Well this is a heavy topic, so much so, that these newly typed words already seem weary under the weight of the title looming above. Well, let’s dive in, shall we?
The days after being diagnosed with a rare pediatric bone cancer in 2010 at age 43 are wobbly in every sense, surreal even. I was back home in Upstate NY from MSKCC in NYC, in order to prepare for my first treatment. I was in my normal, but nothing was actually normal. Calls to friends and family contained frightening, sad news and tears – not the usual sarcastic banter about The Bachelor, the rude waiter we encountered or school activities of the kids.
One of the normal things I found myself doing, was driving to work – to my job that I loved doing with people I loved being with. On this particular day, I was driving there to clean out my office, as I would not be returning for a while. Or, was I returning? I was feeling pretty low. As I drove the quiet, wind-y road, I came upon a completely stopped car ahead of me. As I cautiously rolled closer toward it, I could see that a large tree had fallen on the car windshield, crushing the hood, shattering the glass, ultimately and obviously, killing the driver. The tree had fallen at the precise moment, in the exact position across the car, for maximum damage. Once I fully realized the facts of the scene, an ambulance siren approached from behind me.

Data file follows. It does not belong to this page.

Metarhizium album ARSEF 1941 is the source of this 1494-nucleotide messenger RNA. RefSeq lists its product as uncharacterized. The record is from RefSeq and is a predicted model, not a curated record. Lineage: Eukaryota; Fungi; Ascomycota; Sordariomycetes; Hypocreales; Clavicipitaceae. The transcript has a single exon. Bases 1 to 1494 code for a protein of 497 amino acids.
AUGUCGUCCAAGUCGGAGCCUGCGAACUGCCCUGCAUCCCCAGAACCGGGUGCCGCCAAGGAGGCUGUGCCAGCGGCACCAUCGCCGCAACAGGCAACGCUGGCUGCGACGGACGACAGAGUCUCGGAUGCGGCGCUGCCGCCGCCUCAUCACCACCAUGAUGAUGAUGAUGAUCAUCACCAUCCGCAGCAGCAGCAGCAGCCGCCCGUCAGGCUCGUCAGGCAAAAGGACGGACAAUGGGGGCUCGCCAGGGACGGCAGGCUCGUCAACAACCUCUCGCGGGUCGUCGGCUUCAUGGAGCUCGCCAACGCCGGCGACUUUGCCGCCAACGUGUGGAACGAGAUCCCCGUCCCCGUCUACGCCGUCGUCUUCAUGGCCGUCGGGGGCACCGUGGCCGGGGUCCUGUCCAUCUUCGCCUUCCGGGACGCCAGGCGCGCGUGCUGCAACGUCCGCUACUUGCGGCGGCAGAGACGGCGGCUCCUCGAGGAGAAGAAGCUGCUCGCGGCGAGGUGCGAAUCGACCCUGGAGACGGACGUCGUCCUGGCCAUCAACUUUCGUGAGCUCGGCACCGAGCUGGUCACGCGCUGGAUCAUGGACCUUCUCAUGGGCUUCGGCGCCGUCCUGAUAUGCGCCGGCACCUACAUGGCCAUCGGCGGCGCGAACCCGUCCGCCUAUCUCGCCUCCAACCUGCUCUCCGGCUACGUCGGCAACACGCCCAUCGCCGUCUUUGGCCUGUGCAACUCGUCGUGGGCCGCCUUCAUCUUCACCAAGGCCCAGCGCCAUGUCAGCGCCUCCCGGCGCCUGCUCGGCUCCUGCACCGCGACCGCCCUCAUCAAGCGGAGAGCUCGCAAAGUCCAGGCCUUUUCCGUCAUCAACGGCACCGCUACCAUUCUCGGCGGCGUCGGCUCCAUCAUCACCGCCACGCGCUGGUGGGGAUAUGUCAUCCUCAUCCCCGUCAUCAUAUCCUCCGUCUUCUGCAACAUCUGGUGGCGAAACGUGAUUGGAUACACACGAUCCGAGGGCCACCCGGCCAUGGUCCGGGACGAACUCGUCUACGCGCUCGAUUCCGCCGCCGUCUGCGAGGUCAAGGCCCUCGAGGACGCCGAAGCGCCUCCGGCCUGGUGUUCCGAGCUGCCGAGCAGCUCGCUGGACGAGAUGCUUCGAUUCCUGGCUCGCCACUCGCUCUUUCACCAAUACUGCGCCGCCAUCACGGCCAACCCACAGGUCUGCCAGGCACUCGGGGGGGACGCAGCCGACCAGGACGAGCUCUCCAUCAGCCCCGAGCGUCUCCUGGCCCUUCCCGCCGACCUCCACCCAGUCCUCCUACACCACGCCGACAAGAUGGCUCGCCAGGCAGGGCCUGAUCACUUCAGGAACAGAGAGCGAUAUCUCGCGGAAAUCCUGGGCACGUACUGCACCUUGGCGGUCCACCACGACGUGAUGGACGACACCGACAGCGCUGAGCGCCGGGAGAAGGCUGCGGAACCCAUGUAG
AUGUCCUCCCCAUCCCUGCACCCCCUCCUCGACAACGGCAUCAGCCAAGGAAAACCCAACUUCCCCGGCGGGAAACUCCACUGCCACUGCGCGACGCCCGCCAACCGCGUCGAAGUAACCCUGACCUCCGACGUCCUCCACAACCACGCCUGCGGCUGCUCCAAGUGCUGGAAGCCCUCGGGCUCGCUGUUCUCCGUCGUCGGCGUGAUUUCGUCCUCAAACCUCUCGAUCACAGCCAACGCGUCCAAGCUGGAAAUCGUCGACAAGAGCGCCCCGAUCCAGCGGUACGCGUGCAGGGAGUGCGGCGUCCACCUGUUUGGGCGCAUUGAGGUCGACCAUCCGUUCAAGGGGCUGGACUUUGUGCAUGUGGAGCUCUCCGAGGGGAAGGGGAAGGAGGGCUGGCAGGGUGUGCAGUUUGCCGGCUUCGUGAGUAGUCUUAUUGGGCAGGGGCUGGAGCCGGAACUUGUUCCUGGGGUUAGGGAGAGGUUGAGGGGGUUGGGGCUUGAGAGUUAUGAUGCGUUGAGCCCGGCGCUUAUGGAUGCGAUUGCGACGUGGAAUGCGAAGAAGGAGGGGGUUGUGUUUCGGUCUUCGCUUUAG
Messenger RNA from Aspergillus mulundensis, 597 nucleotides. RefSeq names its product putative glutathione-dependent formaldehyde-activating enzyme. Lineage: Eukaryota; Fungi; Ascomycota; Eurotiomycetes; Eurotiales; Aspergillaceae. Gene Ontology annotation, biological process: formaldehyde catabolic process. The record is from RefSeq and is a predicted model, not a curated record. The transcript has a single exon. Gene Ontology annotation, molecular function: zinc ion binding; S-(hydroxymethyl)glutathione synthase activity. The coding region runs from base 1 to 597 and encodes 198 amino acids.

My first thought was, “what if I had left my house two minutes earlier?” That could have been me. Maybe I was the better candidate for a tree-falling-on-a car accident, after all I had cancer. My prevailing thought, however, was probably the mentally healthier one. I held on to this thought, this revelation, as my year of many surgeries, loss of a normal leg, painful treatments, debilitating nausea & vomiting and worst of all, the loss of the kids around me to cancer, unfolded. The thought was simply “I GET to fight.” I get to go to battle. If I don’t beat this cancer, I will get the chance to say goodbye, forgive me, I forgive you, I love you. The gentleman in the car in front of me didn’t get to do any of these things. His family got a phone call – that’s it. As grievous as my diagnosis was, Stage 3 High Grade Osteosarcoma of the Left Proximal Tibia, I was still here, still able to drive my car, hug my kids, kiss my husband, say I love you, forgive me, I forgive you, goodbye. I get to fight. I get to try.
Fight, hope, pray, love, forgive, get forgiven and vomit I did. A lot. Of all of it. What else happened a lot, too much for one human to endure, was the death of so many children to cancer. Statistically, seven children each day die of cancer. I was 43 years old – they were 10, 4, 8, 17, 12….so many children dying, while I slogged through barely tolerating the treatments, but alive. In a way, of course they were dying – no new treatments for pediatric cancers in TWENTY YEARS. Less than FOUR percent of the Federal Budget is allocated for Pediatric Cancer -ALL PEDIATRIC CANCERS! Parents of seriously ill children are holding bake sales and fundraisers to fund much needed research for treatments their child will not even have the benefit of. Seriously.
So why did I leave two minutes later on that day, why did I survive when so many little ones didn’t (and don’t)? Survivor’s guilt? Yep. What to do with it? Be grateful, love the gift of my life today, love the best person I will ever know – my husband, the best people I know – my family, and even that cranky lady next to me in Pilates class. Keep fighting. Don’t leave a man (or child in this case) behind on the field of battle. Create awareness. Fund research. Find a cure. MAKE IT BETTER.
Thus M.I.B.(Make It Better) Agents was born, out of survivors guilt, a desperate need to make it better, to shout from the tallest mountain WE NEED A CURE!!! We GET to fight. WHO IS WITH ME?